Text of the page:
Average Earnings: The average salary for health care administrators is $93,670.*
Career #4 - Medical Assistant
Do you like working with people and managing multiple responsibilities? You might enjoy medical assisting.
In an administrative medical assisting role, you might find yourself scheduling appointments, filing insurance claims, or maintaining records. You might also have clinical responsibilities, such as monitoring patient vitals, drawing blood samples for testing, or explaining diet, exercise, or medication information to patients.
Growth Rate: This hot career is projected to grow 34 percent between 2008 and 2018.*
Getting Started: You can prepare for this fast-growing career with a certificate or a diploma in medical assisting, which could take as little as one year to complete. Another option is an associate's degree in medical assisting.*
Average Earnings: The average salary for medical assistants is $29,760.*
Career #5 - Accountant
If you love numbers and can stay organized, you might find your niche as an accountant in the health care industry.
Did you know, for example, that management, business, and financial roles make up 4.3 percent of all health care jobs, according to the U.S. Department of Labor?
Health care accountants are often responsible for recording and analyzing a medical facility's financial information, preparing and managing department budgets, and conducting internal audits.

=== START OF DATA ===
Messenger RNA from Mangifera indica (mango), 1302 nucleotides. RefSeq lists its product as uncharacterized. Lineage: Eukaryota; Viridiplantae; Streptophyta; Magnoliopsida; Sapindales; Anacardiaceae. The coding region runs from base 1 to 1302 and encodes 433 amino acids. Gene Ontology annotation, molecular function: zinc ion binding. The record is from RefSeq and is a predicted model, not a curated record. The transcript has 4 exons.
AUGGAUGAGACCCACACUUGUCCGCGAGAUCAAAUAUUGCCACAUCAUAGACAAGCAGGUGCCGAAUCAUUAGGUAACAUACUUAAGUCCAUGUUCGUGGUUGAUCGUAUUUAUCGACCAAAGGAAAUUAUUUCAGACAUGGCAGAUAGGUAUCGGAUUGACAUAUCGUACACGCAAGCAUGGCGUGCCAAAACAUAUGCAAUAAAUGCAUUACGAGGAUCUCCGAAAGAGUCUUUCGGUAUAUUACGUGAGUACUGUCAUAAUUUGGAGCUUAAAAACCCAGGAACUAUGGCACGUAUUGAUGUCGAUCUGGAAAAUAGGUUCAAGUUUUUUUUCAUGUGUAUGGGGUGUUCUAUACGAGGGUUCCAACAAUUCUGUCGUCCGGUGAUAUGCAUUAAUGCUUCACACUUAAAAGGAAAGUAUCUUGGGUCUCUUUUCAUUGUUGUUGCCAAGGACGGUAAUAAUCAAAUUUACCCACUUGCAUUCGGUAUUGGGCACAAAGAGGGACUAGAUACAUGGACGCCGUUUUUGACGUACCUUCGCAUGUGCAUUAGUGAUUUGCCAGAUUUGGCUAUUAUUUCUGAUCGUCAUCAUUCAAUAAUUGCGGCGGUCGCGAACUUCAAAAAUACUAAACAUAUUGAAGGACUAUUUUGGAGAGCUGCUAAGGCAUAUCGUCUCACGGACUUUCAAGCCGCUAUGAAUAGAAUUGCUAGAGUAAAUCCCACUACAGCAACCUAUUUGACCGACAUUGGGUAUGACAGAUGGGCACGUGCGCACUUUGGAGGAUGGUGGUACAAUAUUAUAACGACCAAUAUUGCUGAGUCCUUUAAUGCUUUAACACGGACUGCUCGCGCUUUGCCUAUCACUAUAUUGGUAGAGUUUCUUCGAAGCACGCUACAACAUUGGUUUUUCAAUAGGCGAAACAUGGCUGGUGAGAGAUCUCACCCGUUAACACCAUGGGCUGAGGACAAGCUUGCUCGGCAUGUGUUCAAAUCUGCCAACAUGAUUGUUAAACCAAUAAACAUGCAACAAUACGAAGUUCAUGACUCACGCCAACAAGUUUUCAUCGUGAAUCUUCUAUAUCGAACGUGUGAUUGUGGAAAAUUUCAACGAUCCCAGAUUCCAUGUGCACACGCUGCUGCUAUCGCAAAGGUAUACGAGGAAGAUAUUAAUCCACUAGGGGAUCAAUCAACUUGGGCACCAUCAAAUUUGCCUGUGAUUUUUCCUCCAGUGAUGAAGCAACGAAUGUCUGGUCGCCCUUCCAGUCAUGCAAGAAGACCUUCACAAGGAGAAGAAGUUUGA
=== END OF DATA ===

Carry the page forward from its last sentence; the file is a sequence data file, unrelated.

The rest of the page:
Growth Rate: Across all industries, the demand for qualified accountants and auditors is predicted to grow by 22 percent between 2008 and 2018.*
Getting Started: Most companies require candidates to have at least a bachelor's degree in accounting or a similar field, according to the U.S. Department of Labor.*
Average Earnings: The average salary for accountants is $68,960.*
Career #6 - Computer Support Specialist
As the health care industry increasingly relies on technology, the need for computer support specialists will continue to grow.
If you love working with computers and would enjoy helping other employees, such as physicians, health information technicians, and hospital receptionists, to solve problems with their computer systems, this could be a great career for you.
Growth Rate: The need for computer specialists across all industries is predicted to grow by 14 percent between 2008 and 2018.*
Getting Started: Many companies usually look for candidates with a computer science bachelor's degree. In some cases, an associate's degree or a certificate in computer science may be sufficient to prepare for this career. A certificate may take as little as one year to complete, while an associate's degree can take as little as two.*
Average Earnings: The average salary for computer support specialists is $49,930.*
*All growth projections are for the period between 2008 and 2018 and come from the U.S. Department of Labor using May 2010 data. All career, education, and average salary information comes from the U.S. Department of Labor using May 2010 data. All time to completion information is dependent on a variety of factors including part- or full-time status, school, and program.